Pre-audition jitters happen to every performer — but the trick is using them as a tool instead of letting them affect your audition. Good preparation is the key to a future of successful auditions, so here are some tools to help you out:
1. Create an Audition Kit
Before you are even signed up for an audition, start to prepare yourself for success. Making an audition kit is an often underestimated time-saver. Think of this kit as the essentials, as if someone handed over a guide for a perfect audition made specifically for you. While it should be personal to your needs, consider adding the following to your kit:
- Monologues/Songbook: By including an expansive repertoire of monologues and songs you love and can bust out at the drop of a hat, all you’ll have to do when preparing for an audition is find one that fits the play or musical best. You shouldn’t have to prepare new material unless absolutely necessary. You’ll get brownie points if you protect each item in a plastic cover.
- Printed Headshots: It helps to just have them ready to go instead of having to print them every time you audition.
- Updated Resumes: The most professional ones are formatted to fit perfectly on the back of your headshot on high-quality paper.
- Personal Essentials: This will be different for each person. Some performers feel best if they have a snack ahead of time, while others want a planner to help plan their day down to the second. Find out what gives you that extra edge on your audition day, and put it in your kit.
- A Confidence Playlist: Songs have a great way of making people feel amazing and empowered, particularly when they’re about to audition.
2. Do Some Research
Look up the play so you know the characters and the ones you fit with best, and research the company so you know who will be in the audition room with you. Most importantly, look up your audition time and requirements and over-prepare. Nothing makes a person more jittery than not knowing what’s going on.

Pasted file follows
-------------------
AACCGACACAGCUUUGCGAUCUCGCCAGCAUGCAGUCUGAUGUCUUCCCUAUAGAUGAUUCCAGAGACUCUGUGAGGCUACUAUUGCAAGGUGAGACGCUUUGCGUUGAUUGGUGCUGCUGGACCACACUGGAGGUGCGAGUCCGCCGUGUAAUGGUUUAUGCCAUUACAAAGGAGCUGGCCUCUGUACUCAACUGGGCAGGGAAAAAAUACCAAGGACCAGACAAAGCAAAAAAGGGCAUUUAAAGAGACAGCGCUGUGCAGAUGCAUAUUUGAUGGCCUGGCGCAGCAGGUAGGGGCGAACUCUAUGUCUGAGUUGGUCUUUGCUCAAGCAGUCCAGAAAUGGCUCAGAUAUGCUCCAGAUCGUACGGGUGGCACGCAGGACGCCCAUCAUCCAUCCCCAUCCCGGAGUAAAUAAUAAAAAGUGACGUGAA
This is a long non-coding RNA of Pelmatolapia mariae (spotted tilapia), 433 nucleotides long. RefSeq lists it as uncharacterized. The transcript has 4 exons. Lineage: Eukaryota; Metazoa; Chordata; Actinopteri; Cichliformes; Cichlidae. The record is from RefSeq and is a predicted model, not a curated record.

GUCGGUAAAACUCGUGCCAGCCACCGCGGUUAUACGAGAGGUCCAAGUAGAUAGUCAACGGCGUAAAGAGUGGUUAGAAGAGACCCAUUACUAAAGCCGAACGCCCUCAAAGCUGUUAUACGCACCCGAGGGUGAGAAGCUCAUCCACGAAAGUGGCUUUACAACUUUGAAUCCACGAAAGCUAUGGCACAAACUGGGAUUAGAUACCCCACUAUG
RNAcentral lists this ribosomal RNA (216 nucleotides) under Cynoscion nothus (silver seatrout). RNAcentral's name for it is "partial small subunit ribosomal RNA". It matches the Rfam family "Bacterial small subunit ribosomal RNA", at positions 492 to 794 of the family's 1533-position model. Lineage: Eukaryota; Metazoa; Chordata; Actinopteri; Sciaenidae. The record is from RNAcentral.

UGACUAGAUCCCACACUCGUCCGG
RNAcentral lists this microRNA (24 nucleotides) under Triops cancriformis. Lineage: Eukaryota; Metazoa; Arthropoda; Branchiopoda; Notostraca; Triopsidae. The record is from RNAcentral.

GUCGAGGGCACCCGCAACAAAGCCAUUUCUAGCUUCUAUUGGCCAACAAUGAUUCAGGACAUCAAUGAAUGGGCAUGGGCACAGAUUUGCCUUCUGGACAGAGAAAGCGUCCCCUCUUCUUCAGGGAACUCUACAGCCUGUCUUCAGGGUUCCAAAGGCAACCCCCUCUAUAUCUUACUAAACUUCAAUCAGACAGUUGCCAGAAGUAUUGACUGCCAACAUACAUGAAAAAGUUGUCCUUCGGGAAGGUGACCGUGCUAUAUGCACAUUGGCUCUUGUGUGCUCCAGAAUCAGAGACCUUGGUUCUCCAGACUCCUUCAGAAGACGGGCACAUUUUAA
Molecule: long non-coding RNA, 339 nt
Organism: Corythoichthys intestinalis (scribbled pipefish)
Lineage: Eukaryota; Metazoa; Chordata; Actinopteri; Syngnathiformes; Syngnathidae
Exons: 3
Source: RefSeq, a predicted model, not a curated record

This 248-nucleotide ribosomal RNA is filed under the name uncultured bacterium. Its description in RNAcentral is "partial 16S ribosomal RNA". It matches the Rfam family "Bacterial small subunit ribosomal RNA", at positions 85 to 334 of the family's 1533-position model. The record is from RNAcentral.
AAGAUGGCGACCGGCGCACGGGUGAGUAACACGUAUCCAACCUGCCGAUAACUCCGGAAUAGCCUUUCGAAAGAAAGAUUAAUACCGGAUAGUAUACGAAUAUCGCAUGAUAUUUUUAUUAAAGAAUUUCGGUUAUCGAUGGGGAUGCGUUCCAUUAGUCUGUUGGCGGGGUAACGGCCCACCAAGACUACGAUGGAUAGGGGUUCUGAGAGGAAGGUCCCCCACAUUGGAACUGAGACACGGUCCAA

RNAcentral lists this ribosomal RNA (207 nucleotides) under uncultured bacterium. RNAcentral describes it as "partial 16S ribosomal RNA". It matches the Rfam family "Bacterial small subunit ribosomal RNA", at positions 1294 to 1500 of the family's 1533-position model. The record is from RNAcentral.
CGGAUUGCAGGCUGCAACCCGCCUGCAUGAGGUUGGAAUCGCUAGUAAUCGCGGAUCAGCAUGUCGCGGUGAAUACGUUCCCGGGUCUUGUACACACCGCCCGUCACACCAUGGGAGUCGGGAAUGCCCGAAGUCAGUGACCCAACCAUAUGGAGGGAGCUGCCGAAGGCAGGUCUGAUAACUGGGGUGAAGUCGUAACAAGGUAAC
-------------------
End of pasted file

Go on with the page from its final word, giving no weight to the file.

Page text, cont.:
3. Plan Your Outfit
Know which audition outfits are appropriate and flattering to the style of the show and you as a performer. Confidence can only double when you know you look amazing.
4. Practice With a Friend
Have more than just your eyes on the piece. Other people can easily catch things you may have never considered, and you can do the same for them.
5. Plan the Day Out
Sometimes, planning in advance can make all the difference. Know what time you’ll be there so you’ll know what time to leave, eat breakfast and wake up. If you give yourself time checks, you’ll have room to breathe and take your time.
6. Show Up Way Too Early
Give yourself time to arrive in the space, but don’t waste time over-rehearsing. Be there with time to feel completely comfortable.
7. Be Friendly to the Stage Manager
He or she is there to help, and it makes both of your days a lot easier.
8. Ground Yourself
Find the things that work for you, whether it’s practicing mindfulness, extending ki, meditating, doing yoga or going to the bathroom and yelling affirmations at your reflection.
When auditioning, the most important thing is to know what makes you feel your best and then do it. Auditions get better over time, but you can expedite this process by knowing yourself and your comfort zone. Break a leg!